The Mortgage Application Process
Some Things to Expect
||The mortgage application process requires considerable paperwork. First there is the application form, which asks for detailed information about you, your employment record, the house you want to purchase, etc. The lender will need documentation pertaining to your personal finances--your earnings, your monthly expenses, and your debts--to help gauge your willingness and ability to repay the mortgage.
Lenders also will examine your file at the credit bureau to learn if you pay your bills on time. A lender may reject your application if the report shows that you have a poor credit history. Thus, you may want to make sure your credit file is accurate before you apply for your mortgage. You have a right to know what information is contained in your credit report and to have someone from the credit bureau help you understand what the report says. The names of credit bureaus can be found in the phone book.
You can prepare for questions about your financial condition by using the worksheets in this brochure. Worksheet 1 helps determine how much money you might have available for a monthly payment--just list all items of income and payments required on debts that won’t be paid off within ten months. There’s also a place for the estimated mortgage payment quoted by the lender.
To figure the mortgage payment, the lender will begin by asking how much you want to borrow. The maximum loan amount will be determined by the value of the property and your personal financial condition. To estimate the value of the property, the lender will ask a real estate appraiser to give an opinion about its value. The appraiser’s opinion can be an important factor in determining whether you qualify for the size of mortgage you want. Lenders usually will lend the borrower up to a certain percentage of the appraised value of the property, such as 80 or 90 percent, and will expect a down payment making up the difference. If the appraisal is below the asking price of the home, the down payment you planned to make and the amount the lender is willing to lend you may not be enough to cover the purchase price. In that case, the lender may suggest a larger down payment to make up the difference between the price of the house and its appraised value.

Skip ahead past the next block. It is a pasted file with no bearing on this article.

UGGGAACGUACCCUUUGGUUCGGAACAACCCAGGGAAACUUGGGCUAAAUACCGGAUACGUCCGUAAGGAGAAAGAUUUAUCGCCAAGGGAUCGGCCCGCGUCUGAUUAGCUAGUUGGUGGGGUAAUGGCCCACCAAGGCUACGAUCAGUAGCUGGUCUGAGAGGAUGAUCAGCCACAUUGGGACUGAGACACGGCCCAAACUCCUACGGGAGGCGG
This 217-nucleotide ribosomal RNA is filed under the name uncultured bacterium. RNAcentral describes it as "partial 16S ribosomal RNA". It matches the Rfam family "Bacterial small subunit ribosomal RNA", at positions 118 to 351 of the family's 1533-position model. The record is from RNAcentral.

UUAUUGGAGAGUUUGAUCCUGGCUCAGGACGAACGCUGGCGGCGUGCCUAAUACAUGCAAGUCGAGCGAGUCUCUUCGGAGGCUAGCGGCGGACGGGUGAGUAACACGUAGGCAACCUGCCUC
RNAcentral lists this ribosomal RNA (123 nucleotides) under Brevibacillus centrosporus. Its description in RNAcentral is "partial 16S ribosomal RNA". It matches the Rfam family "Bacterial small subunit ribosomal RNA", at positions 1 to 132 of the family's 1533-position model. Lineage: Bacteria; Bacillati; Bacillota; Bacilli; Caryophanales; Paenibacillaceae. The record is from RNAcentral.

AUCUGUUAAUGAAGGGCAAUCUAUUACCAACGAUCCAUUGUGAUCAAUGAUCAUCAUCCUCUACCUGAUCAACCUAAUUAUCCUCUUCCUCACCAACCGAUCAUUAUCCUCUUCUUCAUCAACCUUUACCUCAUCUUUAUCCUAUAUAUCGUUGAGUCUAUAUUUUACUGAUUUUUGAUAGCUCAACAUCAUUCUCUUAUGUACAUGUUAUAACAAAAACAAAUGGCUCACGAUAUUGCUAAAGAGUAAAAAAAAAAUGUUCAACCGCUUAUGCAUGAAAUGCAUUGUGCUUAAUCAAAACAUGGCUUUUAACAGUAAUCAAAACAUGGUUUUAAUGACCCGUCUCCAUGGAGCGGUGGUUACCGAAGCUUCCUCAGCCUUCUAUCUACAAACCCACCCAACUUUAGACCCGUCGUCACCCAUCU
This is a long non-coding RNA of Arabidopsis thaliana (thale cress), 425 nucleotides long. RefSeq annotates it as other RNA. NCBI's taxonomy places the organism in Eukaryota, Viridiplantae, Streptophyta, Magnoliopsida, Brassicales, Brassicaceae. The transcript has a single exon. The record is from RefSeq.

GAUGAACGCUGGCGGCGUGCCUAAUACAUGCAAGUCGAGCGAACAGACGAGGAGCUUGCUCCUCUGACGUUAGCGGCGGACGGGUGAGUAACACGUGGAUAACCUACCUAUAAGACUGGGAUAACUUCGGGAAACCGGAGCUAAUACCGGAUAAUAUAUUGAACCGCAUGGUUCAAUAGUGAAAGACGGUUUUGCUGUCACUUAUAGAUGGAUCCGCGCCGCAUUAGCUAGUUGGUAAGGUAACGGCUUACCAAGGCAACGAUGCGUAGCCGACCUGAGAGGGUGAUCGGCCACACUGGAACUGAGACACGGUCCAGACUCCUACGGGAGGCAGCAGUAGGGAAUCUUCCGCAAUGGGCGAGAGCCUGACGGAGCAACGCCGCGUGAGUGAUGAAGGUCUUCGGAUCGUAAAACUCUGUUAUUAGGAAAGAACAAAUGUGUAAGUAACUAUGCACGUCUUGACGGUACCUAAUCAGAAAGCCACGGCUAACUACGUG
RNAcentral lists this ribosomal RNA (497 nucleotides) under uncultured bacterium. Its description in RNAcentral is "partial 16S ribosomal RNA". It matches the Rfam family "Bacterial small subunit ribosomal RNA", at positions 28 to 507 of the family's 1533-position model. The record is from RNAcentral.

When looking at your projected mortgage payment and existing debt, some lenders might use ratios such as "28 and 36" to determine whether you qualify for the loan. These are commonly used ratios.
In the case of "28 and 36," the 28 refers to the percentage of your gross income (before taxes) that may be spent on housing expenses, including principal and interest on the mortgage, real estate taxes, and insurance. The 36 refers to the income that may be spent for payments on all your debts (including the mortgage): the monthly payments on your outstanding debts, when added to the monthly housing expenses, may not exceed 36 percent of your gross income. When you talk to a lender, find out what ratios will be used to evaluate your application. Then use Worksheet 2 to calculate whether you are within the lender's guidelines.
Be prepared to provide certain documentation about your income (W2s for prior years and year-to-date pay stubs), current debts (account number, outstanding balance, and creditor’s address for each), and the purchase contract for the home you want to buy. When you file your application, ask the lender how long the approval process will take. The time may vary depending on the complexity of your mortgage, current market conditions, and whether you have to provide additional information. It’s common for a decision to be made within 30 days after the lender receives all the necessary information. Applications for FHA or VA loans may take longer.
If your application is turned down, federal law requires the lender to tell you, in writing, the specific reasons for the denial. Make sure you understand the reasons given--you may be able to find answers or alternatives that will satisfy the institution’s lending standards. Even if that doesn’t happen, understanding fully why the loan was denied may improve your chances with the next lender you visit. Factors that may affect the loan decision include:
Is your proposed down payment sufficient? If not, perhaps the lender offers other types of mortgages with lower down-payment requirements.
Is the size of the mortgage you need too high, given the property’s appraised value? If similar houses in the neighborhood have sold at prices comparable to yours, maybe the appraiser undervalued the property. Suggest that the lender re-examine the appraisal. You also have the right to receive a copy of the appraisal if you have paid for it.
Is the lender doubtful--because of your level of debt or credit history--about your ability to make the monthly payment? Ask how your debt ratios compare to the lender’s standards. If there were special circumstances surrounding old credit problems, ask for a chance to explain.